Unlike Bialystock and Bloom’s Springtime for Hitler in the brilliant musical The Producers, this satire on Hitler and the Nazis doesn’t quite hit it out of the park as well as Mel Brooks’ hilarious film. However, neither is it a disaster. That is likely to do with just how close to the atrocities of WWII that Jojo Rabbit takes us. If you’re worried about the film being in good taste, you needn’t. It may come close to being in poor taste at times and even questionable in others, but it remains in a position that can find ironic humor while not glossing over the evil actions of the Third Reich. It is imperative that audiences realize and accept that the movie is the manifestation of the propaganda-filled mind of a 10 year old German boy. We ostensibly experience the world through his eyes. Jojo lives in a complex world that is beginning to implode around him. All the while, when we first meet him, he remains committed to that for which the Third Reich stands. Taika Waititi takes a similar path to commenting on the central conflict to that which was followed by Chaplin, one that seeks to deconstruct fascist thinking.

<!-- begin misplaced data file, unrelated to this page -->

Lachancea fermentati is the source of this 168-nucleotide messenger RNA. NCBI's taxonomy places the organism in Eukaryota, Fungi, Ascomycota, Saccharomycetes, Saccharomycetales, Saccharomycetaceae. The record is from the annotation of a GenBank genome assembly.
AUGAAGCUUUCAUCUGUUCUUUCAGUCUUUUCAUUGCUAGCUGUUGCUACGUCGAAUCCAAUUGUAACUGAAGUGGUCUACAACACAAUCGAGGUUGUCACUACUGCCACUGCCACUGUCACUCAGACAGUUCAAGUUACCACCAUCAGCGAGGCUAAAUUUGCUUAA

Instead of simply the audience witnessing the events on screen that lead to destroying the foundation of fascist thinking, our central character of Jojo slowly learns just how vile the Nazis are, and that their way of thinking is a threat to humankind. How? For the full effect, you have to watch this film. But for the sake of argument, and not to over simplify, Jojo forms a friendship with a young Jewish girl hiding in the walls of his house. In a way, Jojo is in a similar position as audiences were in when Chaplin’s famous film was released–in a world in which Hitler and the Nazis were ever present. Here is where we have the creative layers that give Waititi’s film so much depth. Just as the world watched as Germans (and other Third Reich sympathizers) began to realize that the Nazis were masters of propaganda that brainwashed their own people, we watch as Jojo goes through a similar journey and transformation. As 21st century citizens of the “western world,” we often wonder just how otherwise intelligent, rational people could believe the ridiculous lies that were fed to them by the Nazis. This film paints an image of just how that worked. For all intents and purposes, if you convince the youth of your world to believe and buy into your radical platform, then the youth grows up to be the adults of your world. Thus, a following and movement is born.